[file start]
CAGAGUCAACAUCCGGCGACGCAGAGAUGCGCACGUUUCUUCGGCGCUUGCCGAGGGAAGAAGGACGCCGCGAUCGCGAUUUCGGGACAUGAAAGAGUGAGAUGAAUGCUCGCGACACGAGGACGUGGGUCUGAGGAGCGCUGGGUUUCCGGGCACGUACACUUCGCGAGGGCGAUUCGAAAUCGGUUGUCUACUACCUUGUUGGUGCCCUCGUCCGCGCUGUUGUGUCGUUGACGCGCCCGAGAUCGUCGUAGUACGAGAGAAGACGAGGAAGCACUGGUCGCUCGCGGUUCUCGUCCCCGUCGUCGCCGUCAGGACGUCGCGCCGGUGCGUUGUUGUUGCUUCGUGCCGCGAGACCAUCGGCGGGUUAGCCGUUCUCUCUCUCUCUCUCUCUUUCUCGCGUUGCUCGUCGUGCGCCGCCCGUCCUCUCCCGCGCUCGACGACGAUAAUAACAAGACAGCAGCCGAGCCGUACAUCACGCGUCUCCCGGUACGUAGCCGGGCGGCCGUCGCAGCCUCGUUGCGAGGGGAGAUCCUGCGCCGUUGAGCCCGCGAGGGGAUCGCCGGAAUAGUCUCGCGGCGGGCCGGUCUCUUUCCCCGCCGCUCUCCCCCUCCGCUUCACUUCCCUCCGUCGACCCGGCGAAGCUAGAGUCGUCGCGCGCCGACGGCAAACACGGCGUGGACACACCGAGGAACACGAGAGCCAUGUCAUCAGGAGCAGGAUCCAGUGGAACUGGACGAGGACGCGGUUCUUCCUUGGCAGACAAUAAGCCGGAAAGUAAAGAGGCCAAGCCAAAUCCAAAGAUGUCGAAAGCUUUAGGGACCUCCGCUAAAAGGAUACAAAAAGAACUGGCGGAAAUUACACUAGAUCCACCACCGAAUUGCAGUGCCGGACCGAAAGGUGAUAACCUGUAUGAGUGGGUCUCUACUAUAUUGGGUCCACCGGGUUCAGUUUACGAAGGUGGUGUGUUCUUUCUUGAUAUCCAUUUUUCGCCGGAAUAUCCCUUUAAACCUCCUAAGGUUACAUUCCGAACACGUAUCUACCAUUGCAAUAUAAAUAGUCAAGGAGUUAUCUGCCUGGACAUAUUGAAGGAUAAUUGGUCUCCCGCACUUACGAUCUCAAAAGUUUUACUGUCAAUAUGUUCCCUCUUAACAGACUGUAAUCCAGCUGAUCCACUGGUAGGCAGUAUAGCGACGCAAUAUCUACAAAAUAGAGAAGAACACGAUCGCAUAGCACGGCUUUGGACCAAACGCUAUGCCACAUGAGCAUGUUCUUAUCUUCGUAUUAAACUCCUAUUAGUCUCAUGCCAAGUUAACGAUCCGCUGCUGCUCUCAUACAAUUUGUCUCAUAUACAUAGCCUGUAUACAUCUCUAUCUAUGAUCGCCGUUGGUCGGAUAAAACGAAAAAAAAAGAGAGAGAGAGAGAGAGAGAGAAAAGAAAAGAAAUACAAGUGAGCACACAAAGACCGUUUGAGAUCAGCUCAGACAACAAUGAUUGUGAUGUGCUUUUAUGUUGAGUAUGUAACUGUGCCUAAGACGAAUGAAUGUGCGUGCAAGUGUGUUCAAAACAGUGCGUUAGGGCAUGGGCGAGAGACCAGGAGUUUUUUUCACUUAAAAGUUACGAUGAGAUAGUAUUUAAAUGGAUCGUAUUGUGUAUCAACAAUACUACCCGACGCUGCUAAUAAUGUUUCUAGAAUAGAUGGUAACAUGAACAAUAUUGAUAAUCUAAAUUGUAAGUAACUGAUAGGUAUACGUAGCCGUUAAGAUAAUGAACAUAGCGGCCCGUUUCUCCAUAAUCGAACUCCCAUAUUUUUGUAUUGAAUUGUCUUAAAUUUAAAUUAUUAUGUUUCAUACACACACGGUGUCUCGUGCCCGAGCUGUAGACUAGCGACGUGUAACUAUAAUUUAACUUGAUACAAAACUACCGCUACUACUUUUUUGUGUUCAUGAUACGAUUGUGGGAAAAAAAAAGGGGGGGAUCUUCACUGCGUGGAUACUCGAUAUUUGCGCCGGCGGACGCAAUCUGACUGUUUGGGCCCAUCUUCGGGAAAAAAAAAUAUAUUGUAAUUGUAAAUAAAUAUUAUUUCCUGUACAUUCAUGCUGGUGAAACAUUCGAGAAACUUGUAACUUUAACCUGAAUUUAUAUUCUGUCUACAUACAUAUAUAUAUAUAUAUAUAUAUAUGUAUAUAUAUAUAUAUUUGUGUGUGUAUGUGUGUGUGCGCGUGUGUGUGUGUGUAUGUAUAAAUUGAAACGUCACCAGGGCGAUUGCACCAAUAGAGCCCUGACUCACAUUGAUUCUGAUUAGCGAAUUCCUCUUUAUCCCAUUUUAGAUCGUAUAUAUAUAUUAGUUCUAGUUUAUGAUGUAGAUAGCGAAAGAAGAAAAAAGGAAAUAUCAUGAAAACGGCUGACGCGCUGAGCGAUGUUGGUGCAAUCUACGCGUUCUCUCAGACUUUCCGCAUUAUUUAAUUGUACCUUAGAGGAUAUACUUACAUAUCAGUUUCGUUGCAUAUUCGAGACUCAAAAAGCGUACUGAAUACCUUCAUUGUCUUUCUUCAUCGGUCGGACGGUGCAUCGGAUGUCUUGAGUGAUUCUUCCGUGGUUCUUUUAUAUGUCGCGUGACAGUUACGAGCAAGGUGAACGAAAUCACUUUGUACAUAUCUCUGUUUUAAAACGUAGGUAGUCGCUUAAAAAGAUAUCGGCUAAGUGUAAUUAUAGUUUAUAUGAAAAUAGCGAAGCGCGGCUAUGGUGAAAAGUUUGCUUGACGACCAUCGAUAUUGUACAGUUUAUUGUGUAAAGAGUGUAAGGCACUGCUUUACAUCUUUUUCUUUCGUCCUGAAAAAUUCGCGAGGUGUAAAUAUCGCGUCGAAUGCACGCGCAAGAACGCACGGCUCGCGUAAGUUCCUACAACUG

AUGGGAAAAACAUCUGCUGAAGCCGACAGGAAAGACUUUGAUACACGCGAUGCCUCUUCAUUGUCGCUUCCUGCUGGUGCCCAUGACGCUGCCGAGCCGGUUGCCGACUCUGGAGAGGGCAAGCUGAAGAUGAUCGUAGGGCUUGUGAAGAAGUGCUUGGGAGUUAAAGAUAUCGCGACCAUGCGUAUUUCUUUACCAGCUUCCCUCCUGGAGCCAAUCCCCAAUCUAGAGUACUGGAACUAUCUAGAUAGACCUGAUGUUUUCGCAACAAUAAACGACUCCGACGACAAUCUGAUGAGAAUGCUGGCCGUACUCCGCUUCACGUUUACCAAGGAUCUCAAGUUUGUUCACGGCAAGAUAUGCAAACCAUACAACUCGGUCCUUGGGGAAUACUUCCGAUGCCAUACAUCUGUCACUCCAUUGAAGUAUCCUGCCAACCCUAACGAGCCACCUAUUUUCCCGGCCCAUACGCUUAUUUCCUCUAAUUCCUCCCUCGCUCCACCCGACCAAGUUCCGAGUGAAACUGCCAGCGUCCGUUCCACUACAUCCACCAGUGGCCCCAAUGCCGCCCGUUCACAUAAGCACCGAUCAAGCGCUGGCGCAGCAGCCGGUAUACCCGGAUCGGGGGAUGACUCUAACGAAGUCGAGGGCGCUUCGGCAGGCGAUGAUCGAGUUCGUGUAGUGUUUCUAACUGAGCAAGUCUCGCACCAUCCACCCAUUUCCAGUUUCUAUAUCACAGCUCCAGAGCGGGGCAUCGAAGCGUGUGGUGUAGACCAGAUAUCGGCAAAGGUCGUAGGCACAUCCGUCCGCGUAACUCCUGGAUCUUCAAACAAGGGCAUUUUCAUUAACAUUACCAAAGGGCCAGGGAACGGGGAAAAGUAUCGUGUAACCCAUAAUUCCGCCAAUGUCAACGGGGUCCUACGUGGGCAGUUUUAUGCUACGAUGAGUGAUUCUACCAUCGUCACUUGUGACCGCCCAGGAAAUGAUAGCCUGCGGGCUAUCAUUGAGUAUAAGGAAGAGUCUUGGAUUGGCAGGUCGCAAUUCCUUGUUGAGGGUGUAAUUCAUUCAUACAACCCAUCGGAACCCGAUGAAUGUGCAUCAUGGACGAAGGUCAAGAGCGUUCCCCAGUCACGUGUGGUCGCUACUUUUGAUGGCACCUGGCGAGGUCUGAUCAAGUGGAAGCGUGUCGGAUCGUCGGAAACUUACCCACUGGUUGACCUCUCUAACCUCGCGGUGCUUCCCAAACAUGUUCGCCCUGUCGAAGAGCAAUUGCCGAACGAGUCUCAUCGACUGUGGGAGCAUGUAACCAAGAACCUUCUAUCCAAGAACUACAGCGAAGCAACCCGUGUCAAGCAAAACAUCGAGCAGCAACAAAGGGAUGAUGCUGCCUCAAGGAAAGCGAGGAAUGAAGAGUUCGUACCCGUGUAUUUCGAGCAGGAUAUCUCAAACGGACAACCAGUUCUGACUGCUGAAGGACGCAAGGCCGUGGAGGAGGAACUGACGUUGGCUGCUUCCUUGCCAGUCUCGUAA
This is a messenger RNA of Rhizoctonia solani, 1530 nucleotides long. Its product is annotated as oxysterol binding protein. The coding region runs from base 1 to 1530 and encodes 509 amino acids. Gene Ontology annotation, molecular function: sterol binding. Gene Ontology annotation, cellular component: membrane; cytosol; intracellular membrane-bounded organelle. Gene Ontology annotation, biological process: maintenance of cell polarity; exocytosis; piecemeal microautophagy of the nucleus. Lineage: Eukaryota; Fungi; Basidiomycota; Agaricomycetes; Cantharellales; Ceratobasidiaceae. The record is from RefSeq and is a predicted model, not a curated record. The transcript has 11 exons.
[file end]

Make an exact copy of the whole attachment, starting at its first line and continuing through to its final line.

CAGAGUCAACAUCCGGCGACGCAGAGAUGCGCACGUUUCUUCGGCGCUUGCCGAGGGAAGAAGGACGCCGCGAUCGCGAUUUCGGGACAUGAAAGAGUGAGAUGAAUGCUCGCGACACGAGGACGUGGGUCUGAGGAGCGCUGGGUUUCCGGGCACGUACACUUCGCGAGGGCGAUUCGAAAUCGGUUGUCUACUACCUUGUUGGUGCCCUCGUCCGCGCUGUUGUGUCGUUGACGCGCCCGAGAUCGUCGUAGUACGAGAGAAGACGAGGAAGCACUGGUCGCUCGCGGUUCUCGUCCCCGUCGUCGCCGUCAGGACGUCGCGCCGGUGCGUUGUUGUUGCUUCGUGCCGCGAGACCAUCGGCGGGUUAGCCGUUCUCUCUCUCUCUCUCUCUUUCUCGCGUUGCUCGUCGUGCGCCGCCCGUCCUCUCCCGCGCUCGACGACGAUAAUAACAAGACAGCAGCCGAGCCGUACAUCACGCGUCUCCCGGUACGUAGCCGGGCGGCCGUCGCAGCCUCGUUGCGAGGGGAGAUCCUGCGCCGUUGAGCCCGCGAGGGGAUCGCCGGAAUAGUCUCGCGGCGGGCCGGUCUCUUUCCCCGCCGCUCUCCCCCUCCGCUUCACUUCCCUCCGUCGACCCGGCGAAGCUAGAGUCGUCGCGCGCCGACGGCAAACACGGCGUGGACACACCGAGGAACACGAGAGCCAUGUCAUCAGGAGCAGGAUCCAGUGGAACUGGACGAGGACGCGGUUCUUCCUUGGCAGACAAUAAGCCGGAAAGUAAAGAGGCCAAGCCAAAUCCAAAGAUGUCGAAAGCUUUAGGGACCUCCGCUAAAAGGAUACAAAAAGAACUGGCGGAAAUUACACUAGAUCCACCACCGAAUUGCAGUGCCGGACCGAAAGGUGAUAACCUGUAUGAGUGGGUCUCUACUAUAUUGGGUCCACCGGGUUCAGUUUACGAAGGUGGUGUGUUCUUUCUUGAUAUCCAUUUUUCGCCGGAAUAUCCCUUUAAACCUCCUAAGGUUACAUUCCGAACACGUAUCUACCAUUGCAAUAUAAAUAGUCAAGGAGUUAUCUGCCUGGACAUAUUGAAGGAUAAUUGGUCUCCCGCACUUACGAUCUCAAAAGUUUUACUGUCAAUAUGUUCCCUCUUAACAGACUGUAAUCCAGCUGAUCCACUGGUAGGCAGUAUAGCGACGCAAUAUCUACAAAAUAGAGAAGAACACGAUCGCAUAGCACGGCUUUGGACCAAACGCUAUGCCACAUGAGCAUGUUCUUAUCUUCGUAUUAAACUCCUAUUAGUCUCAUGCCAAGUUAACGAUCCGCUGCUGCUCUCAUACAAUUUGUCUCAUAUACAUAGCCUGUAUACAUCUCUAUCUAUGAUCGCCGUUGGUCGGAUAAAACGAAAAAAAAAGAGAGAGAGAGAGAGAGAGAGAAAAGAAAAGAAAUACAAGUGAGCACACAAAGACCGUUUGAGAUCAGCUCAGACAACAAUGAUUGUGAUGUGCUUUUAUGUUGAGUAUGUAACUGUGCCUAAGACGAAUGAAUGUGCGUGCAAGUGUGUUCAAAACAGUGCGUUAGGGCAUGGGCGAGAGACCAGGAGUUUUUUUCACUUAAAAGUUACGAUGAGAUAGUAUUUAAAUGGAUCGUAUUGUGUAUCAACAAUACUACCCGACGCUGCUAAUAAUGUUUCUAGAAUAGAUGGUAACAUGAACAAUAUUGAUAAUCUAAAUUGUAAGUAACUGAUAGGUAUACGUAGCCGUUAAGAUAAUGAACAUAGCGGCCCGUUUCUCCAUAAUCGAACUCCCAUAUUUUUGUAUUGAAUUGUCUUAAAUUUAAAUUAUUAUGUUUCAUACACACACGGUGUCUCGUGCCCGAGCUGUAGACUAGCGACGUGUAACUAUAAUUUAACUUGAUACAAAACUACCGCUACUACUUUUUUGUGUUCAUGAUACGAUUGUGGGAAAAAAAAAGGGGGGGAUCUUCACUGCGUGGAUACUCGAUAUUUGCGCCGGCGGACGCAAUCUGACUGUUUGGGCCCAUCUUCGGGAAAAAAAAAUAUAUUGUAAUUGUAAAUAAAUAUUAUUUCCUGUACAUUCAUGCUGGUGAAACAUUCGAGAAACUUGUAACUUUAACCUGAAUUUAUAUUCUGUCUACAUACAUAUAUAUAUAUAUAUAUAUAUAUGUAUAUAUAUAUAUAUUUGUGUGUGUAUGUGUGUGUGCGCGUGUGUGUGUGUGUAUGUAUAAAUUGAAACGUCACCAGGGCGAUUGCACCAAUAGAGCCCUGACUCACAUUGAUUCUGAUUAGCGAAUUCCUCUUUAUCCCAUUUUAGAUCGUAUAUAUAUAUUAGUUCUAGUUUAUGAUGUAGAUAGCGAAAGAAGAAAAAAGGAAAUAUCAUGAAAACGGCUGACGCGCUGAGCGAUGUUGGUGCAAUCUACGCGUUCUCUCAGACUUUCCGCAUUAUUUAAUUGUACCUUAGAGGAUAUACUUACAUAUCAGUUUCGUUGCAUAUUCGAGACUCAAAAAGCGUACUGAAUACCUUCAUUGUCUUUCUUCAUCGGUCGGACGGUGCAUCGGAUGUCUUGAGUGAUUCUUCCGUGGUUCUUUUAUAUGUCGCGUGACAGUUACGAGCAAGGUGAACGAAAUCACUUUGUACAUAUCUCUGUUUUAAAACGUAGGUAGUCGCUUAAAAAGAUAUCGGCUAAGUGUAAUUAUAGUUUAUAUGAAAAUAGCGAAGCGCGGCUAUGGUGAAAAGUUUGCUUGACGACCAUCGAUAUUGUACAGUUUAUUGUGUAAAGAGUGUAAGGCACUGCUUUACAUCUUUUUCUUUCGUCCUGAAAAAUUCGCGAGGUGUAAAUAUCGCGUCGAAUGCACGCGCAAGAACGCACGGCUCGCGUAAGUUCCUACAACUG

AUGGGAAAAACAUCUGCUGAAGCCGACAGGAAAGACUUUGAUACACGCGAUGCCUCUUCAUUGUCGCUUCCUGCUGGUGCCCAUGACGCUGCCGAGCCGGUUGCCGACUCUGGAGAGGGCAAGCUGAAGAUGAUCGUAGGGCUUGUGAAGAAGUGCUUGGGAGUUAAAGAUAUCGCGACCAUGCGUAUUUCUUUACCAGCUUCCCUCCUGGAGCCAAUCCCCAAUCUAGAGUACUGGAACUAUCUAGAUAGACCUGAUGUUUUCGCAACAAUAAACGACUCCGACGACAAUCUGAUGAGAAUGCUGGCCGUACUCCGCUUCACGUUUACCAAGGAUCUCAAGUUUGUUCACGGCAAGAUAUGCAAACCAUACAACUCGGUCCUUGGGGAAUACUUCCGAUGCCAUACAUCUGUCACUCCAUUGAAGUAUCCUGCCAACCCUAACGAGCCACCUAUUUUCCCGGCCCAUACGCUUAUUUCCUCUAAUUCCUCCCUCGCUCCACCCGACCAAGUUCCGAGUGAAACUGCCAGCGUCCGUUCCACUACAUCCACCAGUGGCCCCAAUGCCGCCCGUUCACAUAAGCACCGAUCAAGCGCUGGCGCAGCAGCCGGUAUACCCGGAUCGGGGGAUGACUCUAACGAAGUCGAGGGCGCUUCGGCAGGCGAUGAUCGAGUUCGUGUAGUGUUUCUAACUGAGCAAGUCUCGCACCAUCCACCCAUUUCCAGUUUCUAUAUCACAGCUCCAGAGCGGGGCAUCGAAGCGUGUGGUGUAGACCAGAUAUCGGCAAAGGUCGUAGGCACAUCCGUCCGCGUAACUCCUGGAUCUUCAAACAAGGGCAUUUUCAUUAACAUUACCAAAGGGCCAGGGAACGGGGAAAAGUAUCGUGUAACCCAUAAUUCCGCCAAUGUCAACGGGGUCCUACGUGGGCAGUUUUAUGCUACGAUGAGUGAUUCUACCAUCGUCACUUGUGACCGCCCAGGAAAUGAUAGCCUGCGGGCUAUCAUUGAGUAUAAGGAAGAGUCUUGGAUUGGCAGGUCGCAAUUCCUUGUUGAGGGUGUAAUUCAUUCAUACAACCCAUCGGAACCCGAUGAAUGUGCAUCAUGGACGAAGGUCAAGAGCGUUCCCCAGUCACGUGUGGUCGCUACUUUUGAUGGCACCUGGCGAGGUCUGAUCAAGUGGAAGCGUGUCGGAUCGUCGGAAACUUACCCACUGGUUGACCUCUCUAACCUCGCGGUGCUUCCCAAACAUGUUCGCCCUGUCGAAGAGCAAUUGCCGAACGAGUCUCAUCGACUGUGGGAGCAUGUAACCAAGAACCUUCUAUCCAAGAACUACAGCGAAGCAACCCGUGUCAAGCAAAACAUCGAGCAGCAACAAAGGGAUGAUGCUGCCUCAAGGAAAGCGAGGAAUGAAGAGUUCGUACCCGUGUAUUUCGAGCAGGAUAUCUCAAACGGACAACCAGUUCUGACUGCUGAAGGACGCAAGGCCGUGGAGGAGGAACUGACGUUGGCUGCUUCCUUGCCAGUCUCGUAA
This is a messenger RNA of Rhizoctonia solani, 1530 nucleotides long. Its product is annotated as oxysterol binding protein. The coding region runs from base 1 to 1530 and encodes 509 amino acids. Gene Ontology annotation, molecular function: sterol binding. Gene Ontology annotation, cellular component: membrane; cytosol; intracellular membrane-bounded organelle. Gene Ontology annotation, biological process: maintenance of cell polarity; exocytosis; piecemeal microautophagy of the nucleus. Lineage: Eukaryota; Fungi; Basidiomycota; Agaricomycetes; Cantharellales; Ceratobasidiaceae. The record is from RefSeq and is a predicted model, not a curated record. The transcript has 11 exons.